We’re happy to reprint this piece by Sally Chappell, a Bridgton resident and member of our CSA. The article originally appeared in an “Earth Notes” column in The Bridgton News.
Sizing Up Our Choices
I never imagined so much American culture and history could fit into such a tiny place, but that is the case with Bridgton’s Rufus Porter Museum. If you haven’t already explored this gem of a museum, make a point of visiting sometime this summer to learn about this fascinating figure in Bridgton’s past. During my first visit recently, our excellent tour guide pointed out two similar items that, except for their size, were identical. One was a fake; the other, authentic. Even to the practiced eye, it is difficult to tell the difference. As you can guess, there is a big difference in the value of the two pieces irrespective of size disparity.
So it is with our food. Some of it is real, and some is fake. As with the museum pieces, it is nearly impossible to tell the difference, but we may be paying a high price for what many consider to be imposter foods. I’m talking about GMOs (genetically modified organisms).
Like many Americans, I’m uncomfortable eating food whose genes have been biologically fiddled with, particularly in the wake of “epidemics” of certain human and animal conditions and diseases for which there are no discernable causes. A dedicated label reader, I want to know which foods are “GMO” in order to avoid them, but labeling them as such is not required. According to the Grocery Manufacturers Association, 75% of the processed foods on American store shelves contain GMOs. Why don’t consumers have the right to know what they are consuming? Japan, the European Union, Malaysia and Australia have mandatory GMO labeling laws whereas in Canada and the USA, GMO labeling is voluntary. That’s why we don’t know if we’re eating GMOs or not.
As the evolving identities of several life-science companies have shifted attention in the issue of gene manipulation, the primary target of criticism is the St. Louis-based corporation, Monsanto, which produces about 90% of the world’s genetically modified seeds. Its fleet of legal experts and its control of politicians have resulted in additional GMOs approved by the Food and Drug Administration year after year. Increasing acreage devoted to GM crops will usher in the real probability of contamination of more non-GMO and organic crops.
Opposition to Monsanto is intensifying. The Organic Consumers Association has launched, “Millions Against Monsanto Truth-in-Labeling Campaign.” Haitian farmers burned over 60,000 bags of Monsanto seeds donated to them in June of 2010. The safety of glyphosate, the active ingredient in Monsanto’s Roundup, the most widely used herbicide in the world, is being questioned by credible scientists.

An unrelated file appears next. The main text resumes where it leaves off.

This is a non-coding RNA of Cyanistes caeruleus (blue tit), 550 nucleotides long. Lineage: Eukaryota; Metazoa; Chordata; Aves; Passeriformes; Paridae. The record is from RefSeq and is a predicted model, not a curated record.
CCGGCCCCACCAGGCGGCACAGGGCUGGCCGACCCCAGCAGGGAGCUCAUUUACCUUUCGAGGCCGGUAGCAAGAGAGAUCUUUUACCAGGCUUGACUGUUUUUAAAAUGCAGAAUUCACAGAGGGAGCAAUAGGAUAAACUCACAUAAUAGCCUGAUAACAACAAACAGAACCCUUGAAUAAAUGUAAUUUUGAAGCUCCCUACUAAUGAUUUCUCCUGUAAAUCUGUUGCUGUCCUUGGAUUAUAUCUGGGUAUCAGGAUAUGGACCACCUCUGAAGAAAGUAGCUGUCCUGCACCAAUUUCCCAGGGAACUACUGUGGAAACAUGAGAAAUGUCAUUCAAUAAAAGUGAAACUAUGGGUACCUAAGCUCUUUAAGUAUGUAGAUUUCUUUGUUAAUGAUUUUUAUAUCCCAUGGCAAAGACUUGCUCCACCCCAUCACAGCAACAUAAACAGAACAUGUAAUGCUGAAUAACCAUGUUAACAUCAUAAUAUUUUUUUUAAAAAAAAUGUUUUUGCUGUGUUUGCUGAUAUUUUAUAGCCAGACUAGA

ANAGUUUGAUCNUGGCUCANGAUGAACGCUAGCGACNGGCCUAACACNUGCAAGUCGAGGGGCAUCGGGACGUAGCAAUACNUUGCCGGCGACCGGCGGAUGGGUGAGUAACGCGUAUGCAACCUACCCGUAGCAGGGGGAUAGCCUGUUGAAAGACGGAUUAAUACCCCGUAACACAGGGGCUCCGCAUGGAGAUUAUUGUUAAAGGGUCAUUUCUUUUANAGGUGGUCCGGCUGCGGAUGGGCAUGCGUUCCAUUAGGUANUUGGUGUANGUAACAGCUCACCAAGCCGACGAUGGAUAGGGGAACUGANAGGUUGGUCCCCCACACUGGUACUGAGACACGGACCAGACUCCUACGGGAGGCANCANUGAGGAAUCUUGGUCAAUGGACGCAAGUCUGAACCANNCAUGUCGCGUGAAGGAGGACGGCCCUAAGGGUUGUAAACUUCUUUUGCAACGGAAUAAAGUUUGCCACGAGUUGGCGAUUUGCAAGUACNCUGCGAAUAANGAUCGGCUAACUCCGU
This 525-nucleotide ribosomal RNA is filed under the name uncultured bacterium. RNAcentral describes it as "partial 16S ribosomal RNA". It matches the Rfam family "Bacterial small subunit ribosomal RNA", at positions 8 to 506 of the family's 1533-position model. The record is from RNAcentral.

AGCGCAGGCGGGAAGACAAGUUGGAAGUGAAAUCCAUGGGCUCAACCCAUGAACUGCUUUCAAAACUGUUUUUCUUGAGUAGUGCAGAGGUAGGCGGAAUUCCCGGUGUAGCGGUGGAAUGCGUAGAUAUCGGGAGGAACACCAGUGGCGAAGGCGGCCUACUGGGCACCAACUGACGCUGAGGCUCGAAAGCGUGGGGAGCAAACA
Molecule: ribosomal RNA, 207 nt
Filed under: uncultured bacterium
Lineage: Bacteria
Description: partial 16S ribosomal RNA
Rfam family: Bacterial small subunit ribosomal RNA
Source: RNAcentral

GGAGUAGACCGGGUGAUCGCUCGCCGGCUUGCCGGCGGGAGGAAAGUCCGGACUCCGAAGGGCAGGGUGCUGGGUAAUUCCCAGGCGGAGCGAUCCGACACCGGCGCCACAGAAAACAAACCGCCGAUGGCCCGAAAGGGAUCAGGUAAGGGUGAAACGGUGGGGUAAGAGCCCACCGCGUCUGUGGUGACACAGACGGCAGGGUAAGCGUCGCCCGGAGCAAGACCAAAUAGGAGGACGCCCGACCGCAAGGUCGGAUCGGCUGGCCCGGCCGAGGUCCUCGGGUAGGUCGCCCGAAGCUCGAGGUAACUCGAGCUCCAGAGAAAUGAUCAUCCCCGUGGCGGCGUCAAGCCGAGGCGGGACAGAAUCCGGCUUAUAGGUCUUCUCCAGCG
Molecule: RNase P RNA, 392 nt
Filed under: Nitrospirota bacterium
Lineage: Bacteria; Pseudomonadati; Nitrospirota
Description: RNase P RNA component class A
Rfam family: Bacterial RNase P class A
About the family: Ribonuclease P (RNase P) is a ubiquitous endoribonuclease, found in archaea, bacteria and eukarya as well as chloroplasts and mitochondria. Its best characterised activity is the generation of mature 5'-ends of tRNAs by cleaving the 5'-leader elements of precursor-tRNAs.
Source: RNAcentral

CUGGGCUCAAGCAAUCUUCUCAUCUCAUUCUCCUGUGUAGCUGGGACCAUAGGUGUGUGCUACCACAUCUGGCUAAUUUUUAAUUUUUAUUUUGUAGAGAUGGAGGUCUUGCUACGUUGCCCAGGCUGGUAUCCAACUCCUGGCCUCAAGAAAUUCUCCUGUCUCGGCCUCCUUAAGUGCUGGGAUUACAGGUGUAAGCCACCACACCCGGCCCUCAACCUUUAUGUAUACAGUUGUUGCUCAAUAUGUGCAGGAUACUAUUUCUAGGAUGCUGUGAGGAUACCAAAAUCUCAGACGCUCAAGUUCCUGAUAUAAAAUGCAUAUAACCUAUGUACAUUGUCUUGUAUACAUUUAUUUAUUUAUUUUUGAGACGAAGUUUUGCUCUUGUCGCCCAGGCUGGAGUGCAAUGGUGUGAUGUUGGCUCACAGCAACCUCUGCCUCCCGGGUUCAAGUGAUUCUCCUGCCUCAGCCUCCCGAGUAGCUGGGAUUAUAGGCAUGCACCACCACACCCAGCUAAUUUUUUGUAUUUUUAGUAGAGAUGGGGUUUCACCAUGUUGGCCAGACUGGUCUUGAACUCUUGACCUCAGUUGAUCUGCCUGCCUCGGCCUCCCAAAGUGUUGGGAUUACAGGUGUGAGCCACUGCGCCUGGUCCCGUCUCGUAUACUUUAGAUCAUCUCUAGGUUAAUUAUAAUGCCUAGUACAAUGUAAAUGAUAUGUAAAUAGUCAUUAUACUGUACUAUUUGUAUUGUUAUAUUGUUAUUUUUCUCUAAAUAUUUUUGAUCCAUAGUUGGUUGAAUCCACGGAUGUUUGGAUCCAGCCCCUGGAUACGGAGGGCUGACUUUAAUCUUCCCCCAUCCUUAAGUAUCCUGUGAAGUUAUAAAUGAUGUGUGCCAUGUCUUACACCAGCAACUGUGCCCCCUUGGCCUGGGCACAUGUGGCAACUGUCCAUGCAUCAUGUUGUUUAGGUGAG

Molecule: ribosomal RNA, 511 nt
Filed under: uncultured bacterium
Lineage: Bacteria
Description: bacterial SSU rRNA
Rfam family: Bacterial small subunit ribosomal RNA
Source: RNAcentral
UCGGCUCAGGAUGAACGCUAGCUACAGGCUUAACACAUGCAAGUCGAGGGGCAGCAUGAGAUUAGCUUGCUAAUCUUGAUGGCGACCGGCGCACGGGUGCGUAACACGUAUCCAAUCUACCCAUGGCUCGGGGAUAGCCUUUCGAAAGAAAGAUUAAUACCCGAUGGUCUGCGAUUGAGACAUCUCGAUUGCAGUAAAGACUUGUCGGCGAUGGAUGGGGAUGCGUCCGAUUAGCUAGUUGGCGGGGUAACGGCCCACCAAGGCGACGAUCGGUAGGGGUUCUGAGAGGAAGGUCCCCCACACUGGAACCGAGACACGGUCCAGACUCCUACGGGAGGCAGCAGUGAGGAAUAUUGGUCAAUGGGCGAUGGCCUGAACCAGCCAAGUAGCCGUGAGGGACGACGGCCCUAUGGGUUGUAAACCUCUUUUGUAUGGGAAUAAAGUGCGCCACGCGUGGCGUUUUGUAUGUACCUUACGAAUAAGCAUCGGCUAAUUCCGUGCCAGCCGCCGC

It takes an extremely disciplined shopper to avoid GMOs, but it is possible. April Davila challenged herself in March of 2010 to avoid all products, food and otherwise, associated with Monsanto for one month. She entitled her experiment, “Month without Monsanto”, and was shocked to discover how far reaching this one corporation extends into the lives of all Americans.
The scientific case against GMOs is described in Seeds of Deception: Exposing Industry and Government Lies About the Safety of the Genetically Engineered Foods You’re Eating by Jeffrey M. Smith. The Introduction contains an interesting quote from an anonymous biotech consultant, “The hope of the industry is that over time, the market is so flooded that there’s nothing you can do about it. You just sort of surrender.” (“StarLink Fallout Could Cost Billions,” The Toronto Star, January 9, 2001) Along with the scientific evidence, I found the anecdotal evidence equally compelling: examples of both wild and domestic animals avoiding GM crops when given a choice. Can they discern something about food that we can’t?
Let’s not be falsely impressed by size. A tiny museum can inspire us; a gigantic corporation need not dominate us if we refuse to succumb to its manipulations, both biological and psychological. Our government is incapable of passing a mandatory GMO labeling law because of Monsanto’s intensive lobbying of politicians and infiltration of regulatory agencies. Maine is one of 24 states that could pass such a law through its citizen initiative referendum process. Until we, the people, legally rein in Monsanto’s corrupting influence on our government, exercise your choice in avoiding GMOs by downloading a free copy of the True Food Shoppers Guide from the Internet (www.truefoodnow.org/shoppers-guide/). It is available in print form or as an application to use with your mobile phone.